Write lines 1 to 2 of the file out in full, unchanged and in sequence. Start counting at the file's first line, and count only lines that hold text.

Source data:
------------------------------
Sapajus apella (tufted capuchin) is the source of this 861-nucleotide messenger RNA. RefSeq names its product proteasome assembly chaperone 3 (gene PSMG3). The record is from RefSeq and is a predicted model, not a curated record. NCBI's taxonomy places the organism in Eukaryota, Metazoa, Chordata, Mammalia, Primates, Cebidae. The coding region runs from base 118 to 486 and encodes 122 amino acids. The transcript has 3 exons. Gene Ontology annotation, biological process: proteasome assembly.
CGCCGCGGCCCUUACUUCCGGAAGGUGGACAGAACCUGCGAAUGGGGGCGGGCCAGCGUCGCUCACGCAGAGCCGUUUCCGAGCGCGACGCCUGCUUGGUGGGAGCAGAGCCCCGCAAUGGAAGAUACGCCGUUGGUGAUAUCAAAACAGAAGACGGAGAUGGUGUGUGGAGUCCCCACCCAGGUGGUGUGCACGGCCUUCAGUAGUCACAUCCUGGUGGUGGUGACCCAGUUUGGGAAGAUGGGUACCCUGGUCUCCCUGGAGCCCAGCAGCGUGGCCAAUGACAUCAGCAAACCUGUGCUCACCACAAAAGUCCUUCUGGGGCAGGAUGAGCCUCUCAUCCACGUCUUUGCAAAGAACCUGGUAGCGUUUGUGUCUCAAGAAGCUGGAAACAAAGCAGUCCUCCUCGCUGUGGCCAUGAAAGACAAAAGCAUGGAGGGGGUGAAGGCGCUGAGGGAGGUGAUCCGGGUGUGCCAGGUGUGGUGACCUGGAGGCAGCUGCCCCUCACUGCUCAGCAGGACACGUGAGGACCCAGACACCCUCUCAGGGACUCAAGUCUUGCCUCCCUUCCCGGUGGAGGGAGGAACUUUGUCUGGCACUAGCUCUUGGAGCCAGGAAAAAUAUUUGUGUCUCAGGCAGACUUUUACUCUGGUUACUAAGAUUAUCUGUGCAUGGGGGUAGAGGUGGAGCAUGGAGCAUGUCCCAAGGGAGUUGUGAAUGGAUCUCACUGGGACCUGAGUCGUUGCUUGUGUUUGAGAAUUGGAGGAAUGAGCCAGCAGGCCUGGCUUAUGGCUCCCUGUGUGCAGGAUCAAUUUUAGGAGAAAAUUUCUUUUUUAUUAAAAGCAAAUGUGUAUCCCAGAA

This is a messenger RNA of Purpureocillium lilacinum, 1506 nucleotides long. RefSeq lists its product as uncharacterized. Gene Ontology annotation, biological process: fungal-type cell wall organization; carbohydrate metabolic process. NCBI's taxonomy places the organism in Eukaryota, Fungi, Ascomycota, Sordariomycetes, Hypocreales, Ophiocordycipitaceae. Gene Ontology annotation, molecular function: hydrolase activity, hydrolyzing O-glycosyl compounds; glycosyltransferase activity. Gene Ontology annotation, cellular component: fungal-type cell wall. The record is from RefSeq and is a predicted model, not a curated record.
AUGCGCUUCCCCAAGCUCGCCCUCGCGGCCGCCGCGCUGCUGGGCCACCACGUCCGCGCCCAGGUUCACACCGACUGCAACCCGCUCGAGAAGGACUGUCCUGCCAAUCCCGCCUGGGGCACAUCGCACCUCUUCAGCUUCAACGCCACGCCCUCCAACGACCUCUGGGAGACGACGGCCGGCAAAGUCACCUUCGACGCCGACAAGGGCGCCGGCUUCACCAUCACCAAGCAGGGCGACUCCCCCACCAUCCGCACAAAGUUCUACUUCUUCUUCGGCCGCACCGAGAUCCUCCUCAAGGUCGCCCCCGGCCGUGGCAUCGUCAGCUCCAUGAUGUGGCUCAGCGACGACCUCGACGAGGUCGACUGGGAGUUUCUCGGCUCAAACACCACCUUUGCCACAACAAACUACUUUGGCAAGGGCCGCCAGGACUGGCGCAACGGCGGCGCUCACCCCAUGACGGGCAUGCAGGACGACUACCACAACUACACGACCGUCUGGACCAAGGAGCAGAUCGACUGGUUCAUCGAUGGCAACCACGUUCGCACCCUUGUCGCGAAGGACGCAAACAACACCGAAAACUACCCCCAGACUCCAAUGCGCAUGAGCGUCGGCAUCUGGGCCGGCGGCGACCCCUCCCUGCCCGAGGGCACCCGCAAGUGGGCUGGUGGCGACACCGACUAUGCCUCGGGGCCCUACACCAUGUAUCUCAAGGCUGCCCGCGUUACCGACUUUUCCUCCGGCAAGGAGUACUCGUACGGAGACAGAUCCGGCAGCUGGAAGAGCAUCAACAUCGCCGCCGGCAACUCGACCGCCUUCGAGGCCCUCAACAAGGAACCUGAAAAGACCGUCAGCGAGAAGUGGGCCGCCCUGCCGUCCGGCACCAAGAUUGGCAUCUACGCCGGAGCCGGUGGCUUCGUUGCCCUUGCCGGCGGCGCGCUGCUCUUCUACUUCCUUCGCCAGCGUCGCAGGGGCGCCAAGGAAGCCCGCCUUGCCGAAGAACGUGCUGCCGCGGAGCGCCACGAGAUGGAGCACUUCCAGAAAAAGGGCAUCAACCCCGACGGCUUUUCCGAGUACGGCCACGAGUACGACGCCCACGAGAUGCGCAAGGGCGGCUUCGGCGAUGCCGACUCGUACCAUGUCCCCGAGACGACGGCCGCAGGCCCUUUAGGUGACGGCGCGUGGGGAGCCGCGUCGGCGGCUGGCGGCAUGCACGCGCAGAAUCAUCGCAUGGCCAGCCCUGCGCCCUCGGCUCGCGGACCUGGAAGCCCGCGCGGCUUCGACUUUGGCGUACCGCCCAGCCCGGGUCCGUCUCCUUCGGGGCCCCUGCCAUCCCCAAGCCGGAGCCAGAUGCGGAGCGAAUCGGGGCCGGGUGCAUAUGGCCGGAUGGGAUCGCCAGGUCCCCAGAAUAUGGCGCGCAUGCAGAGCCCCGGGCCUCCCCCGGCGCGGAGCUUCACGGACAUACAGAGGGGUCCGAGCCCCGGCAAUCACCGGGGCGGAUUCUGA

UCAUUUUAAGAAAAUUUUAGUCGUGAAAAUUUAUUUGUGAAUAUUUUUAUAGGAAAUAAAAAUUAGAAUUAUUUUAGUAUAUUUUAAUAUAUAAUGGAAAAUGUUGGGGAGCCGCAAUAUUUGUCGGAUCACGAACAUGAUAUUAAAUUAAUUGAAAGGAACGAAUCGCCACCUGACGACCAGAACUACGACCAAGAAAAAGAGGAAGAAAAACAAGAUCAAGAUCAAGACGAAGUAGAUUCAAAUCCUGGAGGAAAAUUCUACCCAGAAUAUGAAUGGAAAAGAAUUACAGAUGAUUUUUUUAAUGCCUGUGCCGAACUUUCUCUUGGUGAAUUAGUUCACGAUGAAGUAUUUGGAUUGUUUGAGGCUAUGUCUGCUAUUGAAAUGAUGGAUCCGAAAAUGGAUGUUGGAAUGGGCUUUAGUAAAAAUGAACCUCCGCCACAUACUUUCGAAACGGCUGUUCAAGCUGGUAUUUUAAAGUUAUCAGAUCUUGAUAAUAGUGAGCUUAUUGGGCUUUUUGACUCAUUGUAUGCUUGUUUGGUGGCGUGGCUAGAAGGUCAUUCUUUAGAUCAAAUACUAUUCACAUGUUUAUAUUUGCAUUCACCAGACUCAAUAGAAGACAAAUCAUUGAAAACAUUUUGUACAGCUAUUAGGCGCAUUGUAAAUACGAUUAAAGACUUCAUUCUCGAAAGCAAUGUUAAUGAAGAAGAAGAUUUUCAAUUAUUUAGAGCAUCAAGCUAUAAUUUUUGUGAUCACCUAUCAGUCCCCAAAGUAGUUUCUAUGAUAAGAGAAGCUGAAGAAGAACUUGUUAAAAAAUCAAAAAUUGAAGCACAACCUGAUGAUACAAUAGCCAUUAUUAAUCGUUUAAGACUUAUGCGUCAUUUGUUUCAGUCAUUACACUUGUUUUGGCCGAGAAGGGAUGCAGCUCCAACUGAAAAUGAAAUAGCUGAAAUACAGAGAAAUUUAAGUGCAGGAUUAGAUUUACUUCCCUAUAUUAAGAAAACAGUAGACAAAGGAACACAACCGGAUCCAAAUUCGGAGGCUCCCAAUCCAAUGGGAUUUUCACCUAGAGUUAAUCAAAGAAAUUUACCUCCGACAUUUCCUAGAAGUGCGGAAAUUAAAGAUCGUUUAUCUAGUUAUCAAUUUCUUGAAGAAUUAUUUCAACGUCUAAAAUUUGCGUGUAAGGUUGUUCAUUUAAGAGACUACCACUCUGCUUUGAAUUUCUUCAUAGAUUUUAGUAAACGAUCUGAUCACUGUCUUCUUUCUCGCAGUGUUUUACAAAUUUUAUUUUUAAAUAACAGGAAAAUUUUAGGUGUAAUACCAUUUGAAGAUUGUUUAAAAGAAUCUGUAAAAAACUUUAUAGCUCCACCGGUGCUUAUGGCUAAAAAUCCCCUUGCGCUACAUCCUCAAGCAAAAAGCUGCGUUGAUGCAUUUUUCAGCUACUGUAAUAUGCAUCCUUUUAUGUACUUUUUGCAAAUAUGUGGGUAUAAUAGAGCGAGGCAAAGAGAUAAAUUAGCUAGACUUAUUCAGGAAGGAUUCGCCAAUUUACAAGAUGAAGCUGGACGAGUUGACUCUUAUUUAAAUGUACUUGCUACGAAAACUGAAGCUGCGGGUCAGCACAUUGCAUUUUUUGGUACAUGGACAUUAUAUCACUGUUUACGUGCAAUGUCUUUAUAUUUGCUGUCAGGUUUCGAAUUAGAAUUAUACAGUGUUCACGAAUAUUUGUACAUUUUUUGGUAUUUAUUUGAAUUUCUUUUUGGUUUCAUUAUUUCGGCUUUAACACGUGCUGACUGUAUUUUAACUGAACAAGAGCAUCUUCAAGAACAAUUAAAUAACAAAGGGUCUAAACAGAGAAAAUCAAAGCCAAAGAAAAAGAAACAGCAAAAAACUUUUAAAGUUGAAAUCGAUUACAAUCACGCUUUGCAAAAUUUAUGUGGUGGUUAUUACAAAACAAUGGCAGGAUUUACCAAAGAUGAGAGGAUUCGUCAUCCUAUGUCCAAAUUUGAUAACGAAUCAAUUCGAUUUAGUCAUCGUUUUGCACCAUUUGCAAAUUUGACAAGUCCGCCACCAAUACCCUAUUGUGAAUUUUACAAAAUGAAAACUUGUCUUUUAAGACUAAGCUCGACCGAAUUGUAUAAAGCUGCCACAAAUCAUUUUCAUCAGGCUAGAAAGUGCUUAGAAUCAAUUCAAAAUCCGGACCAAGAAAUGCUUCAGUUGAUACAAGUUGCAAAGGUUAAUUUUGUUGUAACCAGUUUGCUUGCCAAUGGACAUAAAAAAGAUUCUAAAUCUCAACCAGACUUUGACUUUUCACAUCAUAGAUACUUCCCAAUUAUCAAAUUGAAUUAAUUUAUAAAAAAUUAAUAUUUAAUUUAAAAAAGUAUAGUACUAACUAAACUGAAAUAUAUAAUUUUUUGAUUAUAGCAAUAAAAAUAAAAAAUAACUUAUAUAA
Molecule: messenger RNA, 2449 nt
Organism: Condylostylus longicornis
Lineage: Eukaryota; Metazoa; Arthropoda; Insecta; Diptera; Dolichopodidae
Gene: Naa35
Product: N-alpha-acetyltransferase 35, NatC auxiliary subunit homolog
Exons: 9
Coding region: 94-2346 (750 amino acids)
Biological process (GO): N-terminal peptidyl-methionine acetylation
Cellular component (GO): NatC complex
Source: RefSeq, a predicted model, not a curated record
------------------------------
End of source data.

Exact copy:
Sapajus apella (tufted capuchin) is the source of this 861-nucleotide messenger RNA. RefSeq names its product proteasome assembly chaperone 3 (gene PSMG3). The record is from RefSeq and is a predicted model, not a curated record. NCBI's taxonomy places the organism in Eukaryota, Metazoa, Chordata, Mammalia, Primates, Cebidae. The coding region runs from base 118 to 486 and encodes 122 amino acids. The transcript has 3 exons. Gene Ontology annotation, biological process: proteasome assembly.
CGCCGCGGCCCUUACUUCCGGAAGGUGGACAGAACCUGCGAAUGGGGGCGGGCCAGCGUCGCUCACGCAGAGCCGUUUCCGAGCGCGACGCCUGCUUGGUGGGAGCAGAGCCCCGCAAUGGAAGAUACGCCGUUGGUGAUAUCAAAACAGAAGACGGAGAUGGUGUGUGGAGUCCCCACCCAGGUGGUGUGCACGGCCUUCAGUAGUCACAUCCUGGUGGUGGUGACCCAGUUUGGGAAGAUGGGUACCCUGGUCUCCCUGGAGCCCAGCAGCGUGGCCAAUGACAUCAGCAAACCUGUGCUCACCACAAAAGUCCUUCUGGGGCAGGAUGAGCCUCUCAUCCACGUCUUUGCAAAGAACCUGGUAGCGUUUGUGUCUCAAGAAGCUGGAAACAAAGCAGUCCUCCUCGCUGUGGCCAUGAAAGACAAAAGCAUGGAGGGGGUGAAGGCGCUGAGGGAGGUGAUCCGGGUGUGCCAGGUGUGGUGACCUGGAGGCAGCUGCCCCUCACUGCUCAGCAGGACACGUGAGGACCCAGACACCCUCUCAGGGACUCAAGUCUUGCCUCCCUUCCCGGUGGAGGGAGGAACUUUGUCUGGCACUAGCUCUUGGAGCCAGGAAAAAUAUUUGUGUCUCAGGCAGACUUUUACUCUGGUUACUAAGAUUAUCUGUGCAUGGGGGUAGAGGUGGAGCAUGGAGCAUGUCCCAAGGGAGUUGUGAAUGGAUCUCACUGGGACCUGAGUCGUUGCUUGUGUUUGAGAAUUGGAGGAAUGAGCCAGCAGGCCUGGCUUAUGGCUCCCUGUGUGCAGGAUCAAUUUUAGGAGAAAAUUUCUUUUUUAUUAAAAGCAAAUGUGUAUCCCAGAA